World Video | Defence | Foreign Affairs | Natural Events | Trade | NZ in World News | NZ National News Video | NZ Regional News | Search


Nautilus seabed mining experiment falters

Media Release

Wednesday 20 June 2012

Nautilus seabed mining experiment falters

Dispute with PNG government, opposition by Pacific and Canadian citizens, financing woes

TORONTO. Today Canadians are standing in solidarity with civil society in the Pacific against deep sea mining. Canadian company, Nautilus Inc, is leading the rush to mine the sea floor in the Pacific. If it goes ahead, its Solwara 1 project in the Bismark Sea of Papua New Guinea will be the world’s first commercial deep sea mine.

However, a growing call from Pacific communities to stop seabed mining, the PNG Government’s refusal to contribute to development costs and the breakdown of a financing agreement with an European ship builder questions the viability of an already uncertain venture. Not a good look as Nautilus faces its AGM in Toronto today. Nautilus stocks have already dropped dramatically over the past couple of weeks.

Dr. Catherine Coumans, Mining Watch Canada said, “Canadian mining companies operate around the world and dominate the sector in number. But Canada does not regulate their activities to prevent them profiting from weak protection for the environment, workers, and human rights in some host countries.”

“Now, in spite of very serious concerns that have been raised by scientists and local citizens, we have Nautilus proposing to mine environmentally, socially and culturally significant seabeds in the Pacific, an activity that would not be allowed in Canadian waters.”

Wences Magun, national coordinator for Mas Kagin Tapani in Papua New Guinea said, “At this point local communities have NOT sanctioned this project. We can't rely on our governments or companies like Nautilus to tell us that seabed mining is good, is safe.”

“No one knows what the impacts of this form of mining will be. We are being used us as guinea pigs in a sea bed mining experiment.”

Sharon Diave-Nerius from the East New Britain Social Action Committee said, “The recent blows to Nautilus are welcome news for communities in Papua New Guinea. But there are plenty of other companies and governments pushing for this experimental industry in the Pacific to get started.”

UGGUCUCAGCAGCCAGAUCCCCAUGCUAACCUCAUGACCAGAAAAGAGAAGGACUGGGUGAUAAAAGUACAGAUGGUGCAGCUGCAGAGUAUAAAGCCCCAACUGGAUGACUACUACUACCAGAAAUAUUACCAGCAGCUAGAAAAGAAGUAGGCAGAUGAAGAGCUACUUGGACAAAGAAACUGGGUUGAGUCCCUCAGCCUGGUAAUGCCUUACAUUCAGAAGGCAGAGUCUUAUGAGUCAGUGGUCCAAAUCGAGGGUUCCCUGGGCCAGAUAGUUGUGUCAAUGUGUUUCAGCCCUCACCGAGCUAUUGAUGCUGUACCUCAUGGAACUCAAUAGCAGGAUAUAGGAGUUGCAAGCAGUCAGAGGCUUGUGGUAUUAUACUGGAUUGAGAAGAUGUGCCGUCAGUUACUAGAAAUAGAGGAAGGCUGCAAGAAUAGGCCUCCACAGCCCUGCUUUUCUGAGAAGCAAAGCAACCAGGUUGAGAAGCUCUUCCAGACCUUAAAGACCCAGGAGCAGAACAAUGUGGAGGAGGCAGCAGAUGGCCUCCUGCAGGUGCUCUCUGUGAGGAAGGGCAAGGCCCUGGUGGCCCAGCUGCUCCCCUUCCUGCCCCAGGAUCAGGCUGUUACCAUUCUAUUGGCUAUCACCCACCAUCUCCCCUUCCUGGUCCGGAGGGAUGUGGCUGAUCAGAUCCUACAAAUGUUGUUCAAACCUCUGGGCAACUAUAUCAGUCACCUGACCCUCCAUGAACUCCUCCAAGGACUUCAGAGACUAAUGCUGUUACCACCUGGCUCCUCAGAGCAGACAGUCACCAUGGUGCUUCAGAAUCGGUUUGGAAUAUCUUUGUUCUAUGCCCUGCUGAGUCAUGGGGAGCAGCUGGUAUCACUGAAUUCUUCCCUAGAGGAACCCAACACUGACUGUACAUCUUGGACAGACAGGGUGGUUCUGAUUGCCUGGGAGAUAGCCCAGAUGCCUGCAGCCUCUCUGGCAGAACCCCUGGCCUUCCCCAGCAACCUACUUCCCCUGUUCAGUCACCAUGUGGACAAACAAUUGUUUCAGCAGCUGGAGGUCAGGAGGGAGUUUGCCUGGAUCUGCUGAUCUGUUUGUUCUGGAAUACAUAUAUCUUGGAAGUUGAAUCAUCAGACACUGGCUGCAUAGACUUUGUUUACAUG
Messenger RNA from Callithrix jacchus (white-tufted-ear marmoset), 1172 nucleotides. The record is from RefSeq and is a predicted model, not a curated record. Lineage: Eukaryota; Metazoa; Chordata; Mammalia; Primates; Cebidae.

“The speed with which the PNG Government approved the EIS and granted the licence to Nautilus did not pay respect to the customary norms and cultural heritage of the indigenous people of the Bismarck Archipelago.

“Experimental mining of our seabeds is not going to provide any direct services or benefits for local communities.”

Dr. Helen Rosenbaum, campaign coordinator for the Deep Sea Mining campaign in Australia and author of Out of Our Depth: Mining the Ocean Floor in Papua New Guinea said, “The Nautilus EIS is deeply flawed. Even the company admits to moderate environmental risk. Independent analysis of the EIS indicates far higher risks.”

“Investors should be aware that contiguous nature of the ocean means that impacts will not be isolated to the 11 ha area of the Solwara 1 site. They will spread far and wide with liabilities to match. For example, stocks of tuna and other migratory species are likely to be contaminated by heavy metals and health of communities and ecosystems across the Pacific could be affected.”

Groups across the Pacific have a petition calling for Pacific governments to stop experimental seabed mining. Pacific women are currently promoting the 'stop experimental seabed mining' message at the international Rio+20 conference in Brazil. In New Zealand community have come together to campaign against seabed mining of their black sands. Meanwhile local groups and fishing industries opposing marine phosphate mining off the coast of Namibia have started to make links with people in the Pacific region.

Join us on Facebook:
Join us on Twitter:
Join us on Youtube:
Sign the petition:


© Scoop Media

World Headlines


UN News: Rare Coral Reef Discovered Near Tahiti Is ‘Like A Work Of Art’, Says Diver
One of the largest coral reefs in the world has been discovered by a UN-supported scientific mission off the coast of Tahiti. Announcing the stunning find on Thursday, UNESCO said that divers had explored large rose-shaped corals spanning some three kilometres, at depths of between 30 and 65 metres... More>>

Tonga Eruption: At Least 3 Dead, Amid Severe Destruction
At least three people have died in Tonga following the massive volcanic eruption and subsequent tsunami wave that hit over the weekend. Homes and other buildings across the archipelago have suffered major damage... More>>

Save The Children: Tonga Volcano Ash And Smoke Cause Concern For Air And Water Safety
Families in Tonga are at risk of exposure to unsafe air and water due to ash and smoke from the Hunga Tonga-Hunga Ha’apai volcano that erupted on Saturday, reports Save the Children...

Ethiopia: UN Chief Lauds ‘Demonstrable Effort To Make Peace’

The UN Secretary-General on Wednesday said he was “delighted” to learn that “a demonstrable effort to make peace” in Ethiopia is finally underway, according to information relayed to him by the African Union High Representative for the Horn of Africa... More>>

Tigray: Agencies Suspend Aid As ‘Scores’ Are Killed Due To Airstrikes
Recent airstrikes on camps for internally displaced persons and refugees in Tigray, northern Ethiopia, have reportedly killed scores of civilians, including children, and left many more injured... More>>

UN News: For 25th Year In A Row, Greenland Ice Sheet Shrinks

2021 marked the 25th year in a row in which the key Greenland ice sheet lost more mass during the melting season, than it gained during the winter, according to a new UN-endorsed report issued on Friday... More>>